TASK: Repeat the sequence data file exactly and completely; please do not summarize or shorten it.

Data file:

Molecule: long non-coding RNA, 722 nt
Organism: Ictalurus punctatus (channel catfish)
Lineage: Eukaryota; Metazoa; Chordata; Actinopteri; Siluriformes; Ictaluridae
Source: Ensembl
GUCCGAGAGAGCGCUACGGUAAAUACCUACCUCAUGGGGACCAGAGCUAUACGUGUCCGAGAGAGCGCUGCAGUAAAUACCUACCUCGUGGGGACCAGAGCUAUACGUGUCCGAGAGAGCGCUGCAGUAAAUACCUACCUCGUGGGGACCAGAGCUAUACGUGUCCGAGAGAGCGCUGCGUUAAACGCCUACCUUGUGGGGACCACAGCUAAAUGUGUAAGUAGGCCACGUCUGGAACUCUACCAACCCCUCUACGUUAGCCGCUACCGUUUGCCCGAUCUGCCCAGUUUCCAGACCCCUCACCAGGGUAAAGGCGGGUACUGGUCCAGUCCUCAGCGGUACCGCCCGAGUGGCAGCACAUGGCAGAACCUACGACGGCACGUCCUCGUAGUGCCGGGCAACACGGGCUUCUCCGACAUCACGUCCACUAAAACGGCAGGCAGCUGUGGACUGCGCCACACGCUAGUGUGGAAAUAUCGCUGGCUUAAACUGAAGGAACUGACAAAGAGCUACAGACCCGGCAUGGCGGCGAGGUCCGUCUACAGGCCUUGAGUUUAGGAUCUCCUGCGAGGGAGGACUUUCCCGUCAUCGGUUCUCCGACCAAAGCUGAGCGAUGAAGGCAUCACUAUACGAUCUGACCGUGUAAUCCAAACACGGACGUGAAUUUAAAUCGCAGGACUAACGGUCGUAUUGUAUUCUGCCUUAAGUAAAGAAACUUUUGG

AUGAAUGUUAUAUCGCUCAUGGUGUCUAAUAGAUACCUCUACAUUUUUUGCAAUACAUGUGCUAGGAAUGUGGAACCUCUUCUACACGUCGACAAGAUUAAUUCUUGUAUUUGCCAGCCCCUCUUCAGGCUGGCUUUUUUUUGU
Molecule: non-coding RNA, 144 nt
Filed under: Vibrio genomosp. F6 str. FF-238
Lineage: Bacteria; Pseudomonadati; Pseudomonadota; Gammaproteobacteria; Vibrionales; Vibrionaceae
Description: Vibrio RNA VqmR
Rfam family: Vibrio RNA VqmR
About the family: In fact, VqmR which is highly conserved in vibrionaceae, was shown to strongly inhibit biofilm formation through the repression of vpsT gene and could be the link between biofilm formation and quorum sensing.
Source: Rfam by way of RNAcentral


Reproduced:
Molecule: long non-coding RNA, 722 nt
Organism: Ictalurus punctatus (channel catfish)
Lineage: Eukaryota; Metazoa; Chordata; Actinopteri; Siluriformes; Ictaluridae
Source: Ensembl
GUCCGAGAGAGCGCUACGGUAAAUACCUACCUCAUGGGGACCAGAGCUAUACGUGUCCGAGAGAGCGCUGCAGUAAAUACCUACCUCGUGGGGACCAGAGCUAUACGUGUCCGAGAGAGCGCUGCAGUAAAUACCUACCUCGUGGGGACCAGAGCUAUACGUGUCCGAGAGAGCGCUGCGUUAAACGCCUACCUUGUGGGGACCACAGCUAAAUGUGUAAGUAGGCCACGUCUGGAACUCUACCAACCCCUCUACGUUAGCCGCUACCGUUUGCCCGAUCUGCCCAGUUUCCAGACCCCUCACCAGGGUAAAGGCGGGUACUGGUCCAGUCCUCAGCGGUACCGCCCGAGUGGCAGCACAUGGCAGAACCUACGACGGCACGUCCUCGUAGUGCCGGGCAACACGGGCUUCUCCGACAUCACGUCCACUAAAACGGCAGGCAGCUGUGGACUGCGCCACACGCUAGUGUGGAAAUAUCGCUGGCUUAAACUGAAGGAACUGACAAAGAGCUACAGACCCGGCAUGGCGGCGAGGUCCGUCUACAGGCCUUGAGUUUAGGAUCUCCUGCGAGGGAGGACUUUCCCGUCAUCGGUUCUCCGACCAAAGCUGAGCGAUGAAGGCAUCACUAUACGAUCUGACCGUGUAAUCCAAACACGGACGUGAAUUUAAAUCGCAGGACUAACGGUCGUAUUGUAUUCUGCCUUAAGUAAAGAAACUUUUGG

AUGAAUGUUAUAUCGCUCAUGGUGUCUAAUAGAUACCUCUACAUUUUUUGCAAUACAUGUGCUAGGAAUGUGGAACCUCUUCUACACGUCGACAAGAUUAAUUCUUGUAUUUGCCAGCCCCUCUUCAGGCUGGCUUUUUUUUGU
Molecule: non-coding RNA, 144 nt
Filed under: Vibrio genomosp. F6 str. FF-238
Lineage: Bacteria; Pseudomonadati; Pseudomonadota; Gammaproteobacteria; Vibrionales; Vibrionaceae
Description: Vibrio RNA VqmR
Rfam family: Vibrio RNA VqmR
About the family: In fact, VqmR which is highly conserved in vibrionaceae, was shown to strongly inhibit biofilm formation through the repression of vpsT gene and could be the link between biofilm formation and quorum sensing.
Source: Rfam by way of RNAcentral